Sale of Non-Estate Property. To the extent that the debtor is holding property belonging to the creditor, the creditor will want to ensure that the sale does not seek to sell such property to the purchaser. Section 363(m) of the Bankruptcy Code limits attacks on a sale order after the sale closes provided the purchaser acted in good faith and without notice of any adverse claims with respect to the assets. To the extent that a creditor has notice of the sale and does not timely act, there is a risk that Section 363(m) will ensure that the purchaser is able to take ownership of the creditor’s property.

Sales Free and Clear of Setoff Rights. Setoff rights of nondebtors are treated as secured claims in a bankruptcy case, and a sale motion may propose to sell assets to a buyer, including accounts receivable, free and clear of such rights. If a creditor that holds such setoff rights does not timely object, it could find itself obligated to the buyer for accounts receivable or other claims purchased by the buyer, but unable to assert its setoff rights against the buyer to reduce the amount owed.

Objecting to the Sale to Gain Leverage. Creditors have the right to file an objection both to the bid procedures as well as the terms of any proposed sale. Sometimes a creditor will want to file an objection to try to gain leverage in the bankruptcy case. An example of this occurs where the creditor does or does not want its contract assumed and is using the objection to try to achieve its desired outcome in the case. A party may also object to the sale to put pressure on the debtor to address issues of particular concern to it. By becoming the squeaky wheel, the debtor/purchaser may have an incentive to resolve the party’s issues in advance of approval of the sale. Of course, any objection a creditor might file must have a sound legal basis. Whether or not a creditor files an objection, it is important to understand that a debtor need only provide a legitimate business justification for the bankruptcy court to approve its sale.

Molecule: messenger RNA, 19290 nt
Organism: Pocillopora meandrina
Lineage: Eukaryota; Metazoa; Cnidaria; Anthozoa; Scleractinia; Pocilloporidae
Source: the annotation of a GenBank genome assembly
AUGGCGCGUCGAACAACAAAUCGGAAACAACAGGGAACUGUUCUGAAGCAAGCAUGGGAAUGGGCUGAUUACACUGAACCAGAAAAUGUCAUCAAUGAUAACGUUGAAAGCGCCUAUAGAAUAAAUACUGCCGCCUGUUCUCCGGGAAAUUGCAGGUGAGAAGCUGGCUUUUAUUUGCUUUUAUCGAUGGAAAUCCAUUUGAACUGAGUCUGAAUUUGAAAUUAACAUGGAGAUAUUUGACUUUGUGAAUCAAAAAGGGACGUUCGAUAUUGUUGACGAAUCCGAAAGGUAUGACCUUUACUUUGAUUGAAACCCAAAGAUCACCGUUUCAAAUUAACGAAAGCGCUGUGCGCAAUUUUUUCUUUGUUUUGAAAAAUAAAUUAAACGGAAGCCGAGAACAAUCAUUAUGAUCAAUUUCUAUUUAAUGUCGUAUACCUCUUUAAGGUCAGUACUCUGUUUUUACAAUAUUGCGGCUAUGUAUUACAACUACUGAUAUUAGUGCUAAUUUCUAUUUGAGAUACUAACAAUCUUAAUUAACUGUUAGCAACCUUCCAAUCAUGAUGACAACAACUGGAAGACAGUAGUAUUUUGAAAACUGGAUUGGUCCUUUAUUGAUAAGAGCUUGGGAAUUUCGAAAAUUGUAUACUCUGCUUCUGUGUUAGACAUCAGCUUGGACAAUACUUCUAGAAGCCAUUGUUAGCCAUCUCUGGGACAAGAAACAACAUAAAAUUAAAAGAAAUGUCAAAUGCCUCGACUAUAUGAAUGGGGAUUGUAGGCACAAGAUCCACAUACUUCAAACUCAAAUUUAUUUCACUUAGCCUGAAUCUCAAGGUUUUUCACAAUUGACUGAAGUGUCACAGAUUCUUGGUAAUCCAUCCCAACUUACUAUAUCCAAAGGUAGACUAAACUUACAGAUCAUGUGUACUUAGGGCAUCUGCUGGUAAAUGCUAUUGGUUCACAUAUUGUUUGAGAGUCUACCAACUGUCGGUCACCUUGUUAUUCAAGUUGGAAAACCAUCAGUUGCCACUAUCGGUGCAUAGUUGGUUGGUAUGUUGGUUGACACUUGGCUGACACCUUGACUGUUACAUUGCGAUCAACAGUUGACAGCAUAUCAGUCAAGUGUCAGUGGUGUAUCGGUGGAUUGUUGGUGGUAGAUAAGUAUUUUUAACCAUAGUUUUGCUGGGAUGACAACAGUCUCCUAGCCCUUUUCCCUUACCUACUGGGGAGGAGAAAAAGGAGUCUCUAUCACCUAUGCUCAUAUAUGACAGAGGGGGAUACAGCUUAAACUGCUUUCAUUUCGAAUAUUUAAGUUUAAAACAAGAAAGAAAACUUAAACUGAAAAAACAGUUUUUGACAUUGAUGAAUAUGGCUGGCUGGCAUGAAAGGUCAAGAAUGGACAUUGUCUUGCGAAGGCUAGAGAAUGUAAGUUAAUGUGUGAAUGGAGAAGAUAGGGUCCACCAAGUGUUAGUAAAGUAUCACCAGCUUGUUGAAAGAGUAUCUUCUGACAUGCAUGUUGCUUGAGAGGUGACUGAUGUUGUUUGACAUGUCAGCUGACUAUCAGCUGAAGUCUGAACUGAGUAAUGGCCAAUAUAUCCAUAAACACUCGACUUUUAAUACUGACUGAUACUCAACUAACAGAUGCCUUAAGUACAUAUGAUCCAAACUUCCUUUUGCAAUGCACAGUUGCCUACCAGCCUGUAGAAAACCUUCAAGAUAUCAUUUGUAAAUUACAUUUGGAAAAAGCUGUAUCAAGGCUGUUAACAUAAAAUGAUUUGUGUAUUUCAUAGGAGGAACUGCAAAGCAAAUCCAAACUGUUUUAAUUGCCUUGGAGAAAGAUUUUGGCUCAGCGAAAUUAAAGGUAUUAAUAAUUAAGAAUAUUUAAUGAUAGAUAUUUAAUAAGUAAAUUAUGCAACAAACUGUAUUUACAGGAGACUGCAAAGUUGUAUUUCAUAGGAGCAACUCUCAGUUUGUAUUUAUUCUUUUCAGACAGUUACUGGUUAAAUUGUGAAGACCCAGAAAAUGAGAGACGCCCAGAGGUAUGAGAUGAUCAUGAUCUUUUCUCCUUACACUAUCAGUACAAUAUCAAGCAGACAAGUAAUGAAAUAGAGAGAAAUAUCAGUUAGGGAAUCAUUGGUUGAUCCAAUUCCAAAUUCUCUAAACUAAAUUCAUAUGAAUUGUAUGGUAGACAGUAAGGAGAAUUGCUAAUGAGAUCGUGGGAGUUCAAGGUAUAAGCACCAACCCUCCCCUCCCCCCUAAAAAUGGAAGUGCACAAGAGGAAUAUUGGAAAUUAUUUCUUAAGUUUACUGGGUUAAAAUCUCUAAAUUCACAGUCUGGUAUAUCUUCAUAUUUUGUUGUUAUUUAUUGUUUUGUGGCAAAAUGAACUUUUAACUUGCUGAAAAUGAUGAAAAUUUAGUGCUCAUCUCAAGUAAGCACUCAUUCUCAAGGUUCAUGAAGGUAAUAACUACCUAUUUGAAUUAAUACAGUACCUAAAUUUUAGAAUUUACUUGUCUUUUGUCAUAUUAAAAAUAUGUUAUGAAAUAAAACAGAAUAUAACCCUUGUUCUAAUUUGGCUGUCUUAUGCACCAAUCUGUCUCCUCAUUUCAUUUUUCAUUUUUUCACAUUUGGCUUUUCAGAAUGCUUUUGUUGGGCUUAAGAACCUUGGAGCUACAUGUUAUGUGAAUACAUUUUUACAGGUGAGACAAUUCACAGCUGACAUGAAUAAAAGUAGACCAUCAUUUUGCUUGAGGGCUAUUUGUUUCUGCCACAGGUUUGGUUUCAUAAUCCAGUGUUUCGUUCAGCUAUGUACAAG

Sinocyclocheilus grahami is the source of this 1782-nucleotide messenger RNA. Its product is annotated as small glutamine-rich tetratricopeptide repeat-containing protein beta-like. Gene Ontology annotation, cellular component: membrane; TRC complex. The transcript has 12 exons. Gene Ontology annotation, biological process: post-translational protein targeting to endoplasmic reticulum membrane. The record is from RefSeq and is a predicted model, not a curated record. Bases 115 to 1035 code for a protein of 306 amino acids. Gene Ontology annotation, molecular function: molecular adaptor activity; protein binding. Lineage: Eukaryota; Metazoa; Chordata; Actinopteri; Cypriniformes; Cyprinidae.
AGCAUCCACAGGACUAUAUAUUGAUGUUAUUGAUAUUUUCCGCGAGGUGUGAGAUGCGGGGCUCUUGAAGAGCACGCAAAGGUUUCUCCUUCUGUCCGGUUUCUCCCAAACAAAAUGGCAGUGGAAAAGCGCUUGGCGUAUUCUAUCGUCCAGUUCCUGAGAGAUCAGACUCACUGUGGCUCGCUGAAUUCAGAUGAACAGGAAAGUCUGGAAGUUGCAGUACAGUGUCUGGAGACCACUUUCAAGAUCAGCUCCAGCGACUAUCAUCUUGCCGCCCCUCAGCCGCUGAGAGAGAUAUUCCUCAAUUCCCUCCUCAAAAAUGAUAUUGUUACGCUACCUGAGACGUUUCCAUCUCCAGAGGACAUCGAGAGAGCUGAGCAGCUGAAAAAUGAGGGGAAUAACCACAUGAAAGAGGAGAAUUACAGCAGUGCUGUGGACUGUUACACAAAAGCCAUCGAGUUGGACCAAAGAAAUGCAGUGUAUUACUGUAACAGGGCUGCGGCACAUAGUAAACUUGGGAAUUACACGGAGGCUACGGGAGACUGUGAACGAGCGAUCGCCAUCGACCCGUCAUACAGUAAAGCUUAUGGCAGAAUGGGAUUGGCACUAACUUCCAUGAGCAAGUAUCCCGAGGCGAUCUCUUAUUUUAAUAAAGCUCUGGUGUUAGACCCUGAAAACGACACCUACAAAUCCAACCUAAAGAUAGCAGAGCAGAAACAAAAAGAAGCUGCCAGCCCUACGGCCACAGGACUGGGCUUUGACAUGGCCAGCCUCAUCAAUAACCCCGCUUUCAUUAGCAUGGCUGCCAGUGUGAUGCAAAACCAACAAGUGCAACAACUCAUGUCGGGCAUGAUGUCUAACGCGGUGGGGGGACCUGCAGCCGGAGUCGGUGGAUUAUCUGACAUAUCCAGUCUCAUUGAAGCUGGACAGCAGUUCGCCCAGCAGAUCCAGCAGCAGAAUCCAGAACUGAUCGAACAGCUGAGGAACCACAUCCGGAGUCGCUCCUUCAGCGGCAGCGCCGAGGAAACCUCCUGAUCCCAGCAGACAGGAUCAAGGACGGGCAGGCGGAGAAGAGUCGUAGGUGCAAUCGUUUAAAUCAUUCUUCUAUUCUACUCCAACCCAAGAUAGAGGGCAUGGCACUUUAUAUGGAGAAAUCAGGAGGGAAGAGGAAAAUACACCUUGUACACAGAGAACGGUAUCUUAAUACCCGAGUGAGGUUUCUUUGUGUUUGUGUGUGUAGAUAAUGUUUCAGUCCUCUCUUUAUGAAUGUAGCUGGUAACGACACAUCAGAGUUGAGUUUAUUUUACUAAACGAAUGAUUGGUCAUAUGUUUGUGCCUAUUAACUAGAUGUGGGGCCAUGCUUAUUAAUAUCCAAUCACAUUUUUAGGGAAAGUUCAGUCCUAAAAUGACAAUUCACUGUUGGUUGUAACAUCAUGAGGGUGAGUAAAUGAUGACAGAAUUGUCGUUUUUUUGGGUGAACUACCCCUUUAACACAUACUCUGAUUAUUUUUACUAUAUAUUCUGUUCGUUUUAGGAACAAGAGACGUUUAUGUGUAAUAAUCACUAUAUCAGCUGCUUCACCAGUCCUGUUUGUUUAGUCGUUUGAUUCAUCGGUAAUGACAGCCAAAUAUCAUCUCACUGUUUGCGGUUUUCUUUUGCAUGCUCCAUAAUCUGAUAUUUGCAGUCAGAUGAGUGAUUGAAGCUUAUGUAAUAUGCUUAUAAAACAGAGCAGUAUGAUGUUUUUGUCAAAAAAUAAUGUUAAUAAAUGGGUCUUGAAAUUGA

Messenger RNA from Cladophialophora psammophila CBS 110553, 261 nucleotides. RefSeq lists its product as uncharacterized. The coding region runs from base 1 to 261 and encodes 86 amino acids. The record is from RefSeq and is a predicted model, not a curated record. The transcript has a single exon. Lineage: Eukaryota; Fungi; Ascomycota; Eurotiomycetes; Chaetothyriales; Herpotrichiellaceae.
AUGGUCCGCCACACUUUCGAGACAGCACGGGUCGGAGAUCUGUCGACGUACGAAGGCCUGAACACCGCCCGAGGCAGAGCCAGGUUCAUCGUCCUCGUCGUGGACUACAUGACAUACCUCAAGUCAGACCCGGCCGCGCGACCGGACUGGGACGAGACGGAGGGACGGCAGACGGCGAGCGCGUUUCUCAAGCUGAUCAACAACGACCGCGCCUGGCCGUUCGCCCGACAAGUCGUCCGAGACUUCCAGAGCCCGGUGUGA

A bankruptcy sale can affect a party’s rights, so it is important to monitor what is happening in the case and timely respond. Additionally, sometimes a party may want to object to the bid procedures or the underlying sale as a way to get the debtors’ attention in a case. As always, it is important to have experienced bankruptcy counsel to help a party navigate the complex bankruptcy issues that can arise in connection with a sale.